Allies Step Up Military Support for Ukraine

May 2022
By Gabriela Rosa Hernández

The United States and its allies have shifted from providing small arms and defensive equipment to hastily ratcheting up deliveries of heavy weaponry to Ukraine as the brutal Russian war there intensifies.

President Joe Biden, at the White House, announced $800 million in U.S. military assistance to Ukraine on April 21.  (Photo by Win McNamee/Getty Images)On April 21, U.S. President Joe Biden pledged $800 million in additional weaponry and $500 million in direct economic aid. More than $400 million in additional military aid was announced on April 24 when Secretary of State Antony Blinken and Defense Secretary Lloyd Austin met Ukrainian President Volodymyr Zelenskyy in Kyiv, bringing the total U.S. military assistance since the beginning of the war to $3.7 billion.

Biden significantly upped the ante on April 28 by announcing plans to seek an additional $33 billion from the U.S. Congress for Ukrainian and European security through September.

“Our support for Ukraine going forward will continue…until we see final success,” Blinken told a news conference with Austin on the Polish-Ukrainian border after their stealth visit to the Ukrainian capital.

“The bottom line is this: We don’t know how the rest of this war will unfold, but we do know that a sovereign, independent Ukraine will be around a lot longer than [Russian President] Vladimir Putin is on the scene.”

Austin said, “We want to see Russia weakened to the degree that it can’t do the kinds of things that it has done in invading Ukraine.” Russia “has already lost a lot of military capability and a lot of its troops, quite frankly, and we want to see them not have the capability to very quickly reproduce that capability,” he said.

The influx of weaponry so boosted Ukrainian resolve that Zelenskyy on April 22 expressed increasing confidence that his country would defeat Russian forces. He had told CNN on April 17 that Ukraine would not give up its territory and spent weeks pleading for faster Western arms deliveries and for heavier weapons to stave off a new Russian offensive.

Some Western officials and experts have worried that a surge in new, more lethal military investments could increase the risk of a direct NATO-Russian confrontation in part because they could be viewed as offensive instead of defensive. On April 14, Russia sent a formal diplomatic note to the United States warning that U.S. and NATO military shipments to Ukraine were “adding fuel” to the conflict and could bring “unpredictable consequences,” The Washington Post reported. Anatoly Antonov, the Russian ambassador to the United States, reiterated the warning on April 25. “What the Americans are doing is pouring oil on the flames,” Antonov said, according to Al Jazeera. “I see only an attempt to raise the stakes, to aggravate the situation, to see more losses.”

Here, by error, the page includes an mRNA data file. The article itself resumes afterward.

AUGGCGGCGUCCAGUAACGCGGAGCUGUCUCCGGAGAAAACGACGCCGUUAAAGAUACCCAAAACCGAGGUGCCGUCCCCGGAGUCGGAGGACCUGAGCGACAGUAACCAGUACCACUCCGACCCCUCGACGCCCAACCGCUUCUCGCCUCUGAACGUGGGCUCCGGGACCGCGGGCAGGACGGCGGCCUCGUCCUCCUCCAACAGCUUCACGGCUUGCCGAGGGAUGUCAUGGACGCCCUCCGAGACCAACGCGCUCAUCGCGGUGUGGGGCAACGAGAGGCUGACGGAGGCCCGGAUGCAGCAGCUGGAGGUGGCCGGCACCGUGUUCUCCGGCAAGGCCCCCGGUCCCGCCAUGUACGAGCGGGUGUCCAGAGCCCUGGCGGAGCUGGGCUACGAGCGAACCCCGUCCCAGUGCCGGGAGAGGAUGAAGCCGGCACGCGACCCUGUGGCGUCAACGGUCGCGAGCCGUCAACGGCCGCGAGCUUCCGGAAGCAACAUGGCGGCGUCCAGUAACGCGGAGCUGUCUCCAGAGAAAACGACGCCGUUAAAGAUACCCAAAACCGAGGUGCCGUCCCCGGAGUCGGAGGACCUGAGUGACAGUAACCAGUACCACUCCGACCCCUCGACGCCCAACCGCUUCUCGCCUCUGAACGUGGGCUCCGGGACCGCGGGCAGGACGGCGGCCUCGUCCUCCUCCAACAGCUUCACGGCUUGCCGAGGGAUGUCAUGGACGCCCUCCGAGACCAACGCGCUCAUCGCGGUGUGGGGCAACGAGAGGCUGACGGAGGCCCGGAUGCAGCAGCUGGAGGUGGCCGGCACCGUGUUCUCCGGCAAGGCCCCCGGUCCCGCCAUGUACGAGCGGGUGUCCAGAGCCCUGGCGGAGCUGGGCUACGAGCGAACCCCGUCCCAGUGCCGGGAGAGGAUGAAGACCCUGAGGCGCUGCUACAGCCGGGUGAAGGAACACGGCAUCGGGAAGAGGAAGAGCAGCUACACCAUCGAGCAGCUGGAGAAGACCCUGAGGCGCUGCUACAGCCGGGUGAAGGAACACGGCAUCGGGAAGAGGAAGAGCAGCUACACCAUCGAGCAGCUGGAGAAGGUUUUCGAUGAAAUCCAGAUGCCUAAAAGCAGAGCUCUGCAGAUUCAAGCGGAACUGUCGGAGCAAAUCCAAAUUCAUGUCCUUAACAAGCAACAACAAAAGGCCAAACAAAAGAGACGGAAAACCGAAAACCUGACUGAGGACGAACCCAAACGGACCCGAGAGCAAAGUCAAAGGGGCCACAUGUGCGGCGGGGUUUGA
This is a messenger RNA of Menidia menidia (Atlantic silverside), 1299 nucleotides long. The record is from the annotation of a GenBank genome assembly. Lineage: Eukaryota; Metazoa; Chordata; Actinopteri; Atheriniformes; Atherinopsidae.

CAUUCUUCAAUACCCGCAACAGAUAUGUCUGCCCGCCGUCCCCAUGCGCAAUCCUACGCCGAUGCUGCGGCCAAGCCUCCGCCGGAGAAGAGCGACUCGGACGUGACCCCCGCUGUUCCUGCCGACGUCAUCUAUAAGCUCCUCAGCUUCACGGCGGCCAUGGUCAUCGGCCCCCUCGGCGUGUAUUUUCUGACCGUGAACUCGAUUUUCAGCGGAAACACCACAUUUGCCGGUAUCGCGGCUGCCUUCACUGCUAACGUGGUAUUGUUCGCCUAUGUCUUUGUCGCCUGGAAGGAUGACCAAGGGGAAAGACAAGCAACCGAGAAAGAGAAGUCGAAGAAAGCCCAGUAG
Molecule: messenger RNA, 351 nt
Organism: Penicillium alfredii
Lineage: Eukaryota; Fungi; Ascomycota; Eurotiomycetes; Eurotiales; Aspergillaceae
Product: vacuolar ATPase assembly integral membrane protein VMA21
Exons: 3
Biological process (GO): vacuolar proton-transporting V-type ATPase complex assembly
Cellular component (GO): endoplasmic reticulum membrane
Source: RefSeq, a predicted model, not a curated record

Russian Foreign Minister Sergey Lavrov escalated the rhetoric on April 26 when he told Russian state TV, “The danger [of nuclear war] is serious, real … NATO, in essence, is engaged in a war with Russia through a proxy and is arming that proxy.” But Ukraine and its allies played down the remarks.

Meanwhile, as the Ukrainians pressed the fight against their better-armed foe even as the extent of Russian brutality in Bucha, Mariupol, and elsewhere was laid bare, the United States and its allies increased the size and quality of their weapons deliveries.

“We’re in a critical window now of time where…they’re going to set the stage for the next phase of this war,” Biden said on April 21, referring to the Russian tactical shift to eastern Ukraine. The United States and its allies are “moving as fast as possible” to provide Ukraine with the equipment and weapons it needs, he added.

On April 5, the Czech Republic became the first country to send tanks to Ukraine, including more than a dozen T-72 tanks and armored personnel carriers, according to Reuters. Three days later, the Biden administration expressed gratitude to Slovakia for donating a Russian-made S-300 air defense system to Ukraine and said it would reposition a more modern U.S. Patriot missile system to Slovakia to ensure that the ally was not left undefended.

The Czech Republic announced that Czech defense companies would repair Ukrainian tanks and other military vehicles that have suffered damage during the fighting or needed servicing, Reuters reported on April 19. That same day, Slovakia also offered to repair Ukrainian military equipment, according to Euractiv.